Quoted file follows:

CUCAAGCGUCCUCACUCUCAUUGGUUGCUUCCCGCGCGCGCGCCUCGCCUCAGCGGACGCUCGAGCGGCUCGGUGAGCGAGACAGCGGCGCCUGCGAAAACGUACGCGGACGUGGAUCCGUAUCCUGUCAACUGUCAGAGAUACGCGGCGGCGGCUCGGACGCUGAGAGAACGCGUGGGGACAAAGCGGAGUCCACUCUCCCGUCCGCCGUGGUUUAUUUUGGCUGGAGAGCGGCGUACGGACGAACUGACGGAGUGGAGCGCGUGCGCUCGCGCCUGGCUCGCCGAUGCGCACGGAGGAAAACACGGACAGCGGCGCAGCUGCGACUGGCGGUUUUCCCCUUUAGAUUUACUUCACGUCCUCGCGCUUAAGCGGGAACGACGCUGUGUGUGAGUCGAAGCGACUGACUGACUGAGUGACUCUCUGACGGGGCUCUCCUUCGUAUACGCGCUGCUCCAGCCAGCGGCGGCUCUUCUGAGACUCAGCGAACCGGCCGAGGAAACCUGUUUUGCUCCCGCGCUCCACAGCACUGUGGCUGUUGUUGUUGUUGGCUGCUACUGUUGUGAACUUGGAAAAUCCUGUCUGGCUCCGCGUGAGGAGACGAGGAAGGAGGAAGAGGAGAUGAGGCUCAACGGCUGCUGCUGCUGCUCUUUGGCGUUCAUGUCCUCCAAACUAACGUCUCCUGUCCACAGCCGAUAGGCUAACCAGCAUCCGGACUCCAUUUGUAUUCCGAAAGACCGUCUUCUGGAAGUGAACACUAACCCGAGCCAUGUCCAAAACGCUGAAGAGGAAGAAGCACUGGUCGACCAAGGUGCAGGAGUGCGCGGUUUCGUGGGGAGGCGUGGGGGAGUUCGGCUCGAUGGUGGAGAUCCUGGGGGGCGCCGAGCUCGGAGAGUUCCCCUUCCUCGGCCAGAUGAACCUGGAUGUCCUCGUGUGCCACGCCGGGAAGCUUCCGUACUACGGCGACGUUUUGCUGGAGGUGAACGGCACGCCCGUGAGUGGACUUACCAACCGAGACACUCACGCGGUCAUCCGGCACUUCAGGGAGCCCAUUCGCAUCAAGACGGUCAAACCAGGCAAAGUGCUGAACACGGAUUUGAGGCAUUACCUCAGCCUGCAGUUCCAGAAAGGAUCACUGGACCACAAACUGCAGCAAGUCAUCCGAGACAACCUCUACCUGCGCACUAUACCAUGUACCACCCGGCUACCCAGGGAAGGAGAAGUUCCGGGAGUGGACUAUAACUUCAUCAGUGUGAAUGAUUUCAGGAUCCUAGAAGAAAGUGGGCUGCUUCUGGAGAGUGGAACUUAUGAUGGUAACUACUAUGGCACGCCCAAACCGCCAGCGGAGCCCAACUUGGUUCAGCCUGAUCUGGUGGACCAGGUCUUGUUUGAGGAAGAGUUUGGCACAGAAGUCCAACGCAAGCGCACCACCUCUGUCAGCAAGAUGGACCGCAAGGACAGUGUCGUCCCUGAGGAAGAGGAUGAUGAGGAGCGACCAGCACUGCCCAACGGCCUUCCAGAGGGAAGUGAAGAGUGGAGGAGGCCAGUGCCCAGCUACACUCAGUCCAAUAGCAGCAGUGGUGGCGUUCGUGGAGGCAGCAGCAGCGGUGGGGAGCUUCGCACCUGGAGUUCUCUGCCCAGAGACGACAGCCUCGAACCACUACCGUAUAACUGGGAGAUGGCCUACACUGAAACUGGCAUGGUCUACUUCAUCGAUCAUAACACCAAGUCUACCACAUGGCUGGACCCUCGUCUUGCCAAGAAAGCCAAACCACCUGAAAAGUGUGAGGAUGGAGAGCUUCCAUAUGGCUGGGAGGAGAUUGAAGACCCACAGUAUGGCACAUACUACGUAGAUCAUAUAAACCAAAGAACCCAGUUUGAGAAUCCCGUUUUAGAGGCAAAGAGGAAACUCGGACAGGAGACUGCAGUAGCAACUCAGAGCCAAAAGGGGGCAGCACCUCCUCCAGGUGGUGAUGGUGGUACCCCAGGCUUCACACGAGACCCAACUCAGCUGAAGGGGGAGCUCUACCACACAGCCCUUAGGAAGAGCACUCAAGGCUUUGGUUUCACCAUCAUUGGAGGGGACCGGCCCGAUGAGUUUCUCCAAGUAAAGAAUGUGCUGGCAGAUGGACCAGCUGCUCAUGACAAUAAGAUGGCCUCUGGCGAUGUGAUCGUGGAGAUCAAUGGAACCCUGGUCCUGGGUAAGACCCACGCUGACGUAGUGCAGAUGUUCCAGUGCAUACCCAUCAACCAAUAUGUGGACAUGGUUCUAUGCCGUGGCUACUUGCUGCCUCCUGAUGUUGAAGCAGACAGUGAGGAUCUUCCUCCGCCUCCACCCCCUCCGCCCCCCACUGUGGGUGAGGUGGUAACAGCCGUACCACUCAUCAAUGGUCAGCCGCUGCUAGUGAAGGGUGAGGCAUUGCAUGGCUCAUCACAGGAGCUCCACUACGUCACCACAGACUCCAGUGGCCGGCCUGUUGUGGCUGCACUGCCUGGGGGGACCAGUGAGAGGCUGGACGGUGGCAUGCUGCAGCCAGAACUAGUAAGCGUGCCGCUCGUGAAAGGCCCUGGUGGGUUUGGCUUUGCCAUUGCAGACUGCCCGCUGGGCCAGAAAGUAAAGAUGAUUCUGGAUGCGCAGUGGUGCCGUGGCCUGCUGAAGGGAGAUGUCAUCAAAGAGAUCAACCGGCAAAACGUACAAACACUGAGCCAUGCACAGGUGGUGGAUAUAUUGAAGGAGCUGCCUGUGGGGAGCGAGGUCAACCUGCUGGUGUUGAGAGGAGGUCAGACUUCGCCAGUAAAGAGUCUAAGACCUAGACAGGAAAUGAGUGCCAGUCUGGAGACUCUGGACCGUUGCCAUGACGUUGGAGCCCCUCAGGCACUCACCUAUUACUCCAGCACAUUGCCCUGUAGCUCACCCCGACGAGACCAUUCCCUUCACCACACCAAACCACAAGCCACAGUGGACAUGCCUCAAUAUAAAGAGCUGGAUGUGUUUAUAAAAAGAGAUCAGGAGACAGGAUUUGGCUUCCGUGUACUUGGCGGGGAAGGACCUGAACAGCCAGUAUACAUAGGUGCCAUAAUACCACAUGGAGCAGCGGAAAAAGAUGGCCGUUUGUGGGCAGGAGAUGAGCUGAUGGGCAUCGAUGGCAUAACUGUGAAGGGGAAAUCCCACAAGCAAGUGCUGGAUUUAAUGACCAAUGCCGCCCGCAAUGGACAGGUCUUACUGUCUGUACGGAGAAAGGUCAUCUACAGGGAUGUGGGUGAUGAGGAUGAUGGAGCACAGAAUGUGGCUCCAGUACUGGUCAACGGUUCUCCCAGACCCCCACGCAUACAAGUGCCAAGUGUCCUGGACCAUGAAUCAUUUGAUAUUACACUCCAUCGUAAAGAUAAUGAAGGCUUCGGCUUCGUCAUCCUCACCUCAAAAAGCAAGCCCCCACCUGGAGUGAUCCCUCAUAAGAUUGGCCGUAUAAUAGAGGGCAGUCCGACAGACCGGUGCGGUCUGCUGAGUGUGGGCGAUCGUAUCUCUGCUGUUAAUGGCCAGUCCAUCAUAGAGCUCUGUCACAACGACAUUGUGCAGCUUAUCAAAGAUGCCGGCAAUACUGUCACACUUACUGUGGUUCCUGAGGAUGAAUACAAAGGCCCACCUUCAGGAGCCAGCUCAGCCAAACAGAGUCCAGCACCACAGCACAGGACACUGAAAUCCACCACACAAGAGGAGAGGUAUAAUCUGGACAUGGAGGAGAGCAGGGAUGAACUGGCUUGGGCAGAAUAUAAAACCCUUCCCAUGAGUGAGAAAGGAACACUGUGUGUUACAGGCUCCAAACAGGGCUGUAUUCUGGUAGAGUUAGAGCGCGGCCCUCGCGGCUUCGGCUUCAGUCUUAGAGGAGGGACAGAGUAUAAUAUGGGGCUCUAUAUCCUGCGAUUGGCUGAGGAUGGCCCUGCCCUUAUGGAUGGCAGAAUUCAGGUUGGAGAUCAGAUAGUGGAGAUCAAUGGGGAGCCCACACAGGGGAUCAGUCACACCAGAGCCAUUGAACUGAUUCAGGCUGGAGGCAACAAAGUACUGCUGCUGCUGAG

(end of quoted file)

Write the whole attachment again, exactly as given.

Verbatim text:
CUCAAGCGUCCUCACUCUCAUUGGUUGCUUCCCGCGCGCGCGCCUCGCCUCAGCGGACGCUCGAGCGGCUCGGUGAGCGAGACAGCGGCGCCUGCGAAAACGUACGCGGACGUGGAUCCGUAUCCUGUCAACUGUCAGAGAUACGCGGCGGCGGCUCGGACGCUGAGAGAACGCGUGGGGACAAAGCGGAGUCCACUCUCCCGUCCGCCGUGGUUUAUUUUGGCUGGAGAGCGGCGUACGGACGAACUGACGGAGUGGAGCGCGUGCGCUCGCGCCUGGCUCGCCGAUGCGCACGGAGGAAAACACGGACAGCGGCGCAGCUGCGACUGGCGGUUUUCCCCUUUAGAUUUACUUCACGUCCUCGCGCUUAAGCGGGAACGACGCUGUGUGUGAGUCGAAGCGACUGACUGACUGAGUGACUCUCUGACGGGGCUCUCCUUCGUAUACGCGCUGCUCCAGCCAGCGGCGGCUCUUCUGAGACUCAGCGAACCGGCCGAGGAAACCUGUUUUGCUCCCGCGCUCCACAGCACUGUGGCUGUUGUUGUUGUUGGCUGCUACUGUUGUGAACUUGGAAAAUCCUGUCUGGCUCCGCGUGAGGAGACGAGGAAGGAGGAAGAGGAGAUGAGGCUCAACGGCUGCUGCUGCUGCUCUUUGGCGUUCAUGUCCUCCAAACUAACGUCUCCUGUCCACAGCCGAUAGGCUAACCAGCAUCCGGACUCCAUUUGUAUUCCGAAAGACCGUCUUCUGGAAGUGAACACUAACCCGAGCCAUGUCCAAAACGCUGAAGAGGAAGAAGCACUGGUCGACCAAGGUGCAGGAGUGCGCGGUUUCGUGGGGAGGCGUGGGGGAGUUCGGCUCGAUGGUGGAGAUCCUGGGGGGCGCCGAGCUCGGAGAGUUCCCCUUCCUCGGCCAGAUGAACCUGGAUGUCCUCGUGUGCCACGCCGGGAAGCUUCCGUACUACGGCGACGUUUUGCUGGAGGUGAACGGCACGCCCGUGAGUGGACUUACCAACCGAGACACUCACGCGGUCAUCCGGCACUUCAGGGAGCCCAUUCGCAUCAAGACGGUCAAACCAGGCAAAGUGCUGAACACGGAUUUGAGGCAUUACCUCAGCCUGCAGUUCCAGAAAGGAUCACUGGACCACAAACUGCAGCAAGUCAUCCGAGACAACCUCUACCUGCGCACUAUACCAUGUACCACCCGGCUACCCAGGGAAGGAGAAGUUCCGGGAGUGGACUAUAACUUCAUCAGUGUGAAUGAUUUCAGGAUCCUAGAAGAAAGUGGGCUGCUUCUGGAGAGUGGAACUUAUGAUGGUAACUACUAUGGCACGCCCAAACCGCCAGCGGAGCCCAACUUGGUUCAGCCUGAUCUGGUGGACCAGGUCUUGUUUGAGGAAGAGUUUGGCACAGAAGUCCAACGCAAGCGCACCACCUCUGUCAGCAAGAUGGACCGCAAGGACAGUGUCGUCCCUGAGGAAGAGGAUGAUGAGGAGCGACCAGCACUGCCCAACGGCCUUCCAGAGGGAAGUGAAGAGUGGAGGAGGCCAGUGCCCAGCUACACUCAGUCCAAUAGCAGCAGUGGUGGCGUUCGUGGAGGCAGCAGCAGCGGUGGGGAGCUUCGCACCUGGAGUUCUCUGCCCAGAGACGACAGCCUCGAACCACUACCGUAUAACUGGGAGAUGGCCUACACUGAAACUGGCAUGGUCUACUUCAUCGAUCAUAACACCAAGUCUACCACAUGGCUGGACCCUCGUCUUGCCAAGAAAGCCAAACCACCUGAAAAGUGUGAGGAUGGAGAGCUUCCAUAUGGCUGGGAGGAGAUUGAAGACCCACAGUAUGGCACAUACUACGUAGAUCAUAUAAACCAAAGAACCCAGUUUGAGAAUCCCGUUUUAGAGGCAAAGAGGAAACUCGGACAGGAGACUGCAGUAGCAACUCAGAGCCAAAAGGGGGCAGCACCUCCUCCAGGUGGUGAUGGUGGUACCCCAGGCUUCACACGAGACCCAACUCAGCUGAAGGGGGAGCUCUACCACACAGCCCUUAGGAAGAGCACUCAAGGCUUUGGUUUCACCAUCAUUGGAGGGGACCGGCCCGAUGAGUUUCUCCAAGUAAAGAAUGUGCUGGCAGAUGGACCAGCUGCUCAUGACAAUAAGAUGGCCUCUGGCGAUGUGAUCGUGGAGAUCAAUGGAACCCUGGUCCUGGGUAAGACCCACGCUGACGUAGUGCAGAUGUUCCAGUGCAUACCCAUCAACCAAUAUGUGGACAUGGUUCUAUGCCGUGGCUACUUGCUGCCUCCUGAUGUUGAAGCAGACAGUGAGGAUCUUCCUCCGCCUCCACCCCCUCCGCCCCCCACUGUGGGUGAGGUGGUAACAGCCGUACCACUCAUCAAUGGUCAGCCGCUGCUAGUGAAGGGUGAGGCAUUGCAUGGCUCAUCACAGGAGCUCCACUACGUCACCACAGACUCCAGUGGCCGGCCUGUUGUGGCUGCACUGCCUGGGGGGACCAGUGAGAGGCUGGACGGUGGCAUGCUGCAGCCAGAACUAGUAAGCGUGCCGCUCGUGAAAGGCCCUGGUGGGUUUGGCUUUGCCAUUGCAGACUGCCCGCUGGGCCAGAAAGUAAAGAUGAUUCUGGAUGCGCAGUGGUGCCGUGGCCUGCUGAAGGGAGAUGUCAUCAAAGAGAUCAACCGGCAAAACGUACAAACACUGAGCCAUGCACAGGUGGUGGAUAUAUUGAAGGAGCUGCCUGUGGGGAGCGAGGUCAACCUGCUGGUGUUGAGAGGAGGUCAGACUUCGCCAGUAAAGAGUCUAAGACCUAGACAGGAAAUGAGUGCCAGUCUGGAGACUCUGGACCGUUGCCAUGACGUUGGAGCCCCUCAGGCACUCACCUAUUACUCCAGCACAUUGCCCUGUAGCUCACCCCGACGAGACCAUUCCCUUCACCACACCAAACCACAAGCCACAGUGGACAUGCCUCAAUAUAAAGAGCUGGAUGUGUUUAUAAAAAGAGAUCAGGAGACAGGAUUUGGCUUCCGUGUACUUGGCGGGGAAGGACCUGAACAGCCAGUAUACAUAGGUGCCAUAAUACCACAUGGAGCAGCGGAAAAAGAUGGCCGUUUGUGGGCAGGAGAUGAGCUGAUGGGCAUCGAUGGCAUAACUGUGAAGGGGAAAUCCCACAAGCAAGUGCUGGAUUUAAUGACCAAUGCCGCCCGCAAUGGACAGGUCUUACUGUCUGUACGGAGAAAGGUCAUCUACAGGGAUGUGGGUGAUGAGGAUGAUGGAGCACAGAAUGUGGCUCCAGUACUGGUCAACGGUUCUCCCAGACCCCCACGCAUACAAGUGCCAAGUGUCCUGGACCAUGAAUCAUUUGAUAUUACACUCCAUCGUAAAGAUAAUGAAGGCUUCGGCUUCGUCAUCCUCACCUCAAAAAGCAAGCCCCCACCUGGAGUGAUCCCUCAUAAGAUUGGCCGUAUAAUAGAGGGCAGUCCGACAGACCGGUGCGGUCUGCUGAGUGUGGGCGAUCGUAUCUCUGCUGUUAAUGGCCAGUCCAUCAUAGAGCUCUGUCACAACGACAUUGUGCAGCUUAUCAAAGAUGCCGGCAAUACUGUCACACUUACUGUGGUUCCUGAGGAUGAAUACAAAGGCCCACCUUCAGGAGCCAGCUCAGCCAAACAGAGUCCAGCACCACAGCACAGGACACUGAAAUCCACCACACAAGAGGAGAGGUAUAAUCUGGACAUGGAGGAGAGCAGGGAUGAACUGGCUUGGGCAGAAUAUAAAACCCUUCCCAUGAGUGAGAAAGGAACACUGUGUGUUACAGGCUCCAAACAGGGCUGUAUUCUGGUAGAGUUAGAGCGCGGCCCUCGCGGCUUCGGCUUCAGUCUUAGAGGAGGGACAGAGUAUAAUAUGGGGCUCUAUAUCCUGCGAUUGGCUGAGGAUGGCCCUGCCCUUAUGGAUGGCAGAAUUCAGGUUGGAGAUCAGAUAGUGGAGAUCAAUGGGGAGCCCACACAGGGGAUCAGUCACACCAGAGCCAUUGAACUGAUUCAGGCUGGAGGCAACAAAGUACUGCUGCUGCUGAG